Toronto Star

Ice can trip up even the best curlers

When elite contenders fall, risk of injury often takes back seat to protecting rocks


ST. CATHARINES, ONT.— From funny to frightenin­g, falling is a fact of life in curling.

Elite curlers are not immune. An informal survey of women at this week’s Canadian championsh­ip yields a few stories about feet leaving the ice and elbows, arms and buttocks taking the brunt of a spill.

“I probably have a really good fall at least once a season,” Alberta lead Alison Thiessen said.

A wipeout can happen during a practice, a league game or in front of rolling cameras at national championsh­ips, recording the pratfall for posterity. The women move so comfortabl­y on the ice at the Scotties Tournament of Hearts in St. Catharines, Ont., it’s easy to forget they have a slider on one shoe that can turn into a banana peel.

Falls aren’t surprising when you consider curlers lunge out of the hack balancing on one foot far ahead of the other.

They lean their body weight into their broom heads to maximize sweeping pressure while stepping over a minefield of guards in front of the rings.

Injuries are a possibilit­y but uncommon at their level of curling. What concerns them more is touching the rock in motion with their brooms or bodies as they go down.

The stone is then “burned” and immediatel­y removed from play. It’s basically giving a free throw and momentum to the opposition.

A spill in practice might produce nothing worse than giggles but, in an important game, it’s mortifying.

“My first Scotties, we were playing against Shannon Kleibrink and it was my first-ever game on TSN,” Ontario lead Lisa Weagle recalled.

“First, I burned one of (skip) Rachel’s rocks sweeping and, the next end, I fell while sweeping. I didn’t burn that rock, but super-embarrassi­ng. We managed to win the game somehow. I’ve never been happier to get off the ice.”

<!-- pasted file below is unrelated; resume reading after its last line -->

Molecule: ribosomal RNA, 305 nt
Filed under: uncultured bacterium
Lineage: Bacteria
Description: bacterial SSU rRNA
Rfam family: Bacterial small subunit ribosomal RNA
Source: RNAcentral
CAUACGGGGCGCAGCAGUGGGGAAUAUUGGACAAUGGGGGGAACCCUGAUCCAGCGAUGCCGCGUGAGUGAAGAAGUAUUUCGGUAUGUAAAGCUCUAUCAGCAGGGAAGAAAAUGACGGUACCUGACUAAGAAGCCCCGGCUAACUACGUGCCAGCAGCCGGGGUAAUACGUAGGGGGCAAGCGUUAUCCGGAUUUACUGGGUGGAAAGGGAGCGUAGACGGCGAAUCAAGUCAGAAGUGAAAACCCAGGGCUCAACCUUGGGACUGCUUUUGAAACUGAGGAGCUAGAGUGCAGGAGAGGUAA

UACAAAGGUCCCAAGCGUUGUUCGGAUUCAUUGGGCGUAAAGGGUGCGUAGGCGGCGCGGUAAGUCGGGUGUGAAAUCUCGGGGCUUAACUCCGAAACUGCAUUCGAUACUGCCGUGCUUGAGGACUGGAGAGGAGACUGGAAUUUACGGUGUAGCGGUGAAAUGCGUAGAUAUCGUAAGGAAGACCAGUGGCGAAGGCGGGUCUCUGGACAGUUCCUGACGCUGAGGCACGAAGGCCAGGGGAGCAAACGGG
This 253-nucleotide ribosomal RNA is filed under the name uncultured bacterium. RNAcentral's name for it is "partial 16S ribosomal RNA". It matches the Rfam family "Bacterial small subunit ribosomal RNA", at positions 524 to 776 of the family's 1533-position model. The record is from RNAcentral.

Getting out of the way of a sliding rock is their priority, as opposed to protecting themselves when they land on the ice.

“You kind of just move your broom, let the rock go by and tuck and roll,” Ontario second Joanne Courtney said. “Then you try to get back in (to sweeping) but everyone’s laughing too hard.”

Northern Ontario’s front end of Ashley Sippala and Sarah Potts have a pact. If one goes down, the other sweeper has permission to push her teammate out of the way with her broom as hard as it takes.

“One time, Ashley fell in front of a rock,” Potts said.

“It was funny because it was a scrub game and it didn’t matter. I took my broom and I shoved her out of the way. If I fall in front of the rock, she should shove.”

Awobble sliding out of the hack can turn into a belly flop, but those who keep their heads can still execute their intended shot.

“I think I fell in a league game last season and I made the shot, a double,” Northern Ontario third Kendra Lilly said.

“I slid out of the hack and I don’t know if my foot slipped and I went face down, belly down and just shot the rock down. Everyone stood up and was clapping. I was so embarrasse­d.”

 ?? NATHAN DENETTE/THE CANADIAN PRESS ?? Quebec skip Eve Belisle escaped without injury after falling at the 2010 Scotties Tournament of Hearts.
NATHAN DENETTE/THE CANADIAN PRESS Quebec skip Eve Belisle escaped without injury after falling at the 2010 Scotties Tournament of Hearts.

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